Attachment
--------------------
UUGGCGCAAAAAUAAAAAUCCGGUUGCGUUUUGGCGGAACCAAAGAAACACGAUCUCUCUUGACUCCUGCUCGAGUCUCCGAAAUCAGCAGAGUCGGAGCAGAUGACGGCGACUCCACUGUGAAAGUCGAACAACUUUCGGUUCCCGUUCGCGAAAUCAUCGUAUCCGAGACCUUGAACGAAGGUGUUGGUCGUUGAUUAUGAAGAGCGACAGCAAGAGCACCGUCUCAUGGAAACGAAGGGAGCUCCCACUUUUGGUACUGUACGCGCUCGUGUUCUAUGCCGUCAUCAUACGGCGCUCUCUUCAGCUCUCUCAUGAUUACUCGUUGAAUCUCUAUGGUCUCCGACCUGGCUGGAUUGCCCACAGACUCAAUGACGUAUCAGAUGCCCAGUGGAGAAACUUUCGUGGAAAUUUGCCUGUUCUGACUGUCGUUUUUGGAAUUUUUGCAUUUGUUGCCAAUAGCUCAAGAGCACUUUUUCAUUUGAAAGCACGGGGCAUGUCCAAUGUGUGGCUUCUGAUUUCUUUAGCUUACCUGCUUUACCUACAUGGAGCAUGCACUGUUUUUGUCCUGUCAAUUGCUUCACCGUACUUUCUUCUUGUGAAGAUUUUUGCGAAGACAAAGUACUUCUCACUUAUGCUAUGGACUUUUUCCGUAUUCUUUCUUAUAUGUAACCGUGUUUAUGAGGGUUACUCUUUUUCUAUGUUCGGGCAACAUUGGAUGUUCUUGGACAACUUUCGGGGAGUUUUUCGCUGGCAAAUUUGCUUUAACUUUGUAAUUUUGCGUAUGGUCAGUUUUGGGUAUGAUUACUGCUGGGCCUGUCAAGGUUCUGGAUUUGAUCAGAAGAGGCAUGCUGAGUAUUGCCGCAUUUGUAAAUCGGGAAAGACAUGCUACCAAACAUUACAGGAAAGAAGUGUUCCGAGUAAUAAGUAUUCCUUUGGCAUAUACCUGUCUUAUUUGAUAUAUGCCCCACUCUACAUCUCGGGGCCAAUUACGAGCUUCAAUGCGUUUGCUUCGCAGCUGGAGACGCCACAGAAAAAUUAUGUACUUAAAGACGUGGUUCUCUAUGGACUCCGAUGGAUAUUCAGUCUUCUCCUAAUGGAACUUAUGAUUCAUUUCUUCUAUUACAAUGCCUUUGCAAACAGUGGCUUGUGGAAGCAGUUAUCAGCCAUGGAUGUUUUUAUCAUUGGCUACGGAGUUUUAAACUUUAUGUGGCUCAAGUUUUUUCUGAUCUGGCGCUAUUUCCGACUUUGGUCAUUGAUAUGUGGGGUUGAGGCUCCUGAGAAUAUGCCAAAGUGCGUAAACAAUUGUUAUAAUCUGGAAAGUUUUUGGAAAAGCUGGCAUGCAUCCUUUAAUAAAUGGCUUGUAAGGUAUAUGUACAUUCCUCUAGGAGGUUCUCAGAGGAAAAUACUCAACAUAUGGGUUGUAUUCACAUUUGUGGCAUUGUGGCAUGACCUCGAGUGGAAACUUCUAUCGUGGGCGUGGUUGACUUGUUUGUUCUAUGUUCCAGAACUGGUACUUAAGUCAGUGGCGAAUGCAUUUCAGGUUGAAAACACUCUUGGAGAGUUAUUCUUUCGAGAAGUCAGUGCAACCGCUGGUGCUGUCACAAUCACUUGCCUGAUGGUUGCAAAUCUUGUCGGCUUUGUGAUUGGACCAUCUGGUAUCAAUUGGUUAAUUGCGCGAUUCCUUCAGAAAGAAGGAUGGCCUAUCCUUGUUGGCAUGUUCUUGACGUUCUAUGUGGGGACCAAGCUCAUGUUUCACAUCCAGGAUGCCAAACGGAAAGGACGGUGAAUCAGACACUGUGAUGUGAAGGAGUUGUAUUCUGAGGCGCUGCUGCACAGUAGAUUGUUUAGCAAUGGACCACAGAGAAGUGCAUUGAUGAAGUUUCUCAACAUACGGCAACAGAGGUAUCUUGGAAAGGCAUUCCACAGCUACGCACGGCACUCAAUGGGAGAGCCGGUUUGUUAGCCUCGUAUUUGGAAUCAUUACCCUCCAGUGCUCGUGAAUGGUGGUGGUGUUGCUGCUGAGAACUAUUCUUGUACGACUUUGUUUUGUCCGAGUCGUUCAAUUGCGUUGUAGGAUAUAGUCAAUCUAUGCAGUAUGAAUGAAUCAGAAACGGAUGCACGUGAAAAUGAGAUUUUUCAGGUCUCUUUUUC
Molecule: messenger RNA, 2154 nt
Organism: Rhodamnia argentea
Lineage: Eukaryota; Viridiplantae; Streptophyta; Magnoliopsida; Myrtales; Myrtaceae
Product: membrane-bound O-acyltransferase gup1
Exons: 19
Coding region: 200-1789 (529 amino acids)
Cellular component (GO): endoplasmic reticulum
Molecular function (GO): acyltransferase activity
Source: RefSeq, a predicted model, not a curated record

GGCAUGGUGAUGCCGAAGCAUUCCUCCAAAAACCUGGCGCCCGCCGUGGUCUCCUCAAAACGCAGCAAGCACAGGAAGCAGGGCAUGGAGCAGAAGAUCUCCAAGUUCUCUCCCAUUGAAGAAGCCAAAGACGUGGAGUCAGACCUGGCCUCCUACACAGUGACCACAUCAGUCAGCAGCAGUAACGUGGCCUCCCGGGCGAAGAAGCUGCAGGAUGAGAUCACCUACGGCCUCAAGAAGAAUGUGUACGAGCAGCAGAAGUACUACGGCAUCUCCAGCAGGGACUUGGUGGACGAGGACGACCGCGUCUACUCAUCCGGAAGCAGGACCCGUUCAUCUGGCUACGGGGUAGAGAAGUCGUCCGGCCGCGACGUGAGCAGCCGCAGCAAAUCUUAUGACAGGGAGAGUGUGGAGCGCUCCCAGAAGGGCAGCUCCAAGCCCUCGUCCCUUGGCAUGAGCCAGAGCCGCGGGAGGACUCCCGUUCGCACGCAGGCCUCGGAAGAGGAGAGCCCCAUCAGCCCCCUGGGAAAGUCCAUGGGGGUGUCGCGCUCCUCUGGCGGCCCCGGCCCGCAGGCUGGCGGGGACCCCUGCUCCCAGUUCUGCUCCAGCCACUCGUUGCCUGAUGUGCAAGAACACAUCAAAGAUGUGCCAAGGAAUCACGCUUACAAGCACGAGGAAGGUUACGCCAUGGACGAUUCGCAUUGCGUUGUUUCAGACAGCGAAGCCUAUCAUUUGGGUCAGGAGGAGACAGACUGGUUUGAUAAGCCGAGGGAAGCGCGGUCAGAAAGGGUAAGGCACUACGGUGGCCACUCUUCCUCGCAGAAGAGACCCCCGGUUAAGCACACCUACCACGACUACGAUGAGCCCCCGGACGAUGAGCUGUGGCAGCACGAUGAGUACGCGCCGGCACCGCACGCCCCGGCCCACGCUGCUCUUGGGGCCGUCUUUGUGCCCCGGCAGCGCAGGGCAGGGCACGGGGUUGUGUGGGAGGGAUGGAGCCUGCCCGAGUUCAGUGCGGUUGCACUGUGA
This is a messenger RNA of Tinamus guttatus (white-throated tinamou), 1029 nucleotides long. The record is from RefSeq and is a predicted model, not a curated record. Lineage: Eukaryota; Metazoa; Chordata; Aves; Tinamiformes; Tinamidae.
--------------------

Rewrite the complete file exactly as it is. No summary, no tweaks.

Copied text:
UUGGCGCAAAAAUAAAAAUCCGGUUGCGUUUUGGCGGAACCAAAGAAACACGAUCUCUCUUGACUCCUGCUCGAGUCUCCGAAAUCAGCAGAGUCGGAGCAGAUGACGGCGACUCCACUGUGAAAGUCGAACAACUUUCGGUUCCCGUUCGCGAAAUCAUCGUAUCCGAGACCUUGAACGAAGGUGUUGGUCGUUGAUUAUGAAGAGCGACAGCAAGAGCACCGUCUCAUGGAAACGAAGGGAGCUCCCACUUUUGGUACUGUACGCGCUCGUGUUCUAUGCCGUCAUCAUACGGCGCUCUCUUCAGCUCUCUCAUGAUUACUCGUUGAAUCUCUAUGGUCUCCGACCUGGCUGGAUUGCCCACAGACUCAAUGACGUAUCAGAUGCCCAGUGGAGAAACUUUCGUGGAAAUUUGCCUGUUCUGACUGUCGUUUUUGGAAUUUUUGCAUUUGUUGCCAAUAGCUCAAGAGCACUUUUUCAUUUGAAAGCACGGGGCAUGUCCAAUGUGUGGCUUCUGAUUUCUUUAGCUUACCUGCUUUACCUACAUGGAGCAUGCACUGUUUUUGUCCUGUCAAUUGCUUCACCGUACUUUCUUCUUGUGAAGAUUUUUGCGAAGACAAAGUACUUCUCACUUAUGCUAUGGACUUUUUCCGUAUUCUUUCUUAUAUGUAACCGUGUUUAUGAGGGUUACUCUUUUUCUAUGUUCGGGCAACAUUGGAUGUUCUUGGACAACUUUCGGGGAGUUUUUCGCUGGCAAAUUUGCUUUAACUUUGUAAUUUUGCGUAUGGUCAGUUUUGGGUAUGAUUACUGCUGGGCCUGUCAAGGUUCUGGAUUUGAUCAGAAGAGGCAUGCUGAGUAUUGCCGCAUUUGUAAAUCGGGAAAGACAUGCUACCAAACAUUACAGGAAAGAAGUGUUCCGAGUAAUAAGUAUUCCUUUGGCAUAUACCUGUCUUAUUUGAUAUAUGCCCCACUCUACAUCUCGGGGCCAAUUACGAGCUUCAAUGCGUUUGCUUCGCAGCUGGAGACGCCACAGAAAAAUUAUGUACUUAAAGACGUGGUUCUCUAUGGACUCCGAUGGAUAUUCAGUCUUCUCCUAAUGGAACUUAUGAUUCAUUUCUUCUAUUACAAUGCCUUUGCAAACAGUGGCUUGUGGAAGCAGUUAUCAGCCAUGGAUGUUUUUAUCAUUGGCUACGGAGUUUUAAACUUUAUGUGGCUCAAGUUUUUUCUGAUCUGGCGCUAUUUCCGACUUUGGUCAUUGAUAUGUGGGGUUGAGGCUCCUGAGAAUAUGCCAAAGUGCGUAAACAAUUGUUAUAAUCUGGAAAGUUUUUGGAAAAGCUGGCAUGCAUCCUUUAAUAAAUGGCUUGUAAGGUAUAUGUACAUUCCUCUAGGAGGUUCUCAGAGGAAAAUACUCAACAUAUGGGUUGUAUUCACAUUUGUGGCAUUGUGGCAUGACCUCGAGUGGAAACUUCUAUCGUGGGCGUGGUUGACUUGUUUGUUCUAUGUUCCAGAACUGGUACUUAAGUCAGUGGCGAAUGCAUUUCAGGUUGAAAACACUCUUGGAGAGUUAUUCUUUCGAGAAGUCAGUGCAACCGCUGGUGCUGUCACAAUCACUUGCCUGAUGGUUGCAAAUCUUGUCGGCUUUGUGAUUGGACCAUCUGGUAUCAAUUGGUUAAUUGCGCGAUUCCUUCAGAAAGAAGGAUGGCCUAUCCUUGUUGGCAUGUUCUUGACGUUCUAUGUGGGGACCAAGCUCAUGUUUCACAUCCAGGAUGCCAAACGGAAAGGACGGUGAAUCAGACACUGUGAUGUGAAGGAGUUGUAUUCUGAGGCGCUGCUGCACAGUAGAUUGUUUAGCAAUGGACCACAGAGAAGUGCAUUGAUGAAGUUUCUCAACAUACGGCAACAGAGGUAUCUUGGAAAGGCAUUCCACAGCUACGCACGGCACUCAAUGGGAGAGCCGGUUUGUUAGCCUCGUAUUUGGAAUCAUUACCCUCCAGUGCUCGUGAAUGGUGGUGGUGUUGCUGCUGAGAACUAUUCUUGUACGACUUUGUUUUGUCCGAGUCGUUCAAUUGCGUUGUAGGAUAUAGUCAAUCUAUGCAGUAUGAAUGAAUCAGAAACGGAUGCACGUGAAAAUGAGAUUUUUCAGGUCUCUUUUUC
Molecule: messenger RNA, 2154 nt
Organism: Rhodamnia argentea
Lineage: Eukaryota; Viridiplantae; Streptophyta; Magnoliopsida; Myrtales; Myrtaceae
Product: membrane-bound O-acyltransferase gup1
Exons: 19
Coding region: 200-1789 (529 amino acids)
Cellular component (GO): endoplasmic reticulum
Molecular function (GO): acyltransferase activity
Source: RefSeq, a predicted model, not a curated record

GGCAUGGUGAUGCCGAAGCAUUCCUCCAAAAACCUGGCGCCCGCCGUGGUCUCCUCAAAACGCAGCAAGCACAGGAAGCAGGGCAUGGAGCAGAAGAUCUCCAAGUUCUCUCCCAUUGAAGAAGCCAAAGACGUGGAGUCAGACCUGGCCUCCUACACAGUGACCACAUCAGUCAGCAGCAGUAACGUGGCCUCCCGGGCGAAGAAGCUGCAGGAUGAGAUCACCUACGGCCUCAAGAAGAAUGUGUACGAGCAGCAGAAGUACUACGGCAUCUCCAGCAGGGACUUGGUGGACGAGGACGACCGCGUCUACUCAUCCGGAAGCAGGACCCGUUCAUCUGGCUACGGGGUAGAGAAGUCGUCCGGCCGCGACGUGAGCAGCCGCAGCAAAUCUUAUGACAGGGAGAGUGUGGAGCGCUCCCAGAAGGGCAGCUCCAAGCCCUCGUCCCUUGGCAUGAGCCAGAGCCGCGGGAGGACUCCCGUUCGCACGCAGGCCUCGGAAGAGGAGAGCCCCAUCAGCCCCCUGGGAAAGUCCAUGGGGGUGUCGCGCUCCUCUGGCGGCCCCGGCCCGCAGGCUGGCGGGGACCCCUGCUCCCAGUUCUGCUCCAGCCACUCGUUGCCUGAUGUGCAAGAACACAUCAAAGAUGUGCCAAGGAAUCACGCUUACAAGCACGAGGAAGGUUACGCCAUGGACGAUUCGCAUUGCGUUGUUUCAGACAGCGAAGCCUAUCAUUUGGGUCAGGAGGAGACAGACUGGUUUGAUAAGCCGAGGGAAGCGCGGUCAGAAAGGGUAAGGCACUACGGUGGCCACUCUUCCUCGCAGAAGAGACCCCCGGUUAAGCACACCUACCACGACUACGAUGAGCCCCCGGACGAUGAGCUGUGGCAGCACGAUGAGUACGCGCCGGCACCGCACGCCCCGGCCCACGCUGCUCUUGGGGCCGUCUUUGUGCCCCGGCAGCGCAGGGCAGGGCACGGGGUUGUGUGGGAGGGAUGGAGCCUGCCCGAGUUCAGUGCGGUUGCACUGUGA
This is a messenger RNA of Tinamus guttatus (white-throated tinamou), 1029 nucleotides long. The record is from RefSeq and is a predicted model, not a curated record. Lineage: Eukaryota; Metazoa; Chordata; Aves; Tinamiformes; Tinamidae.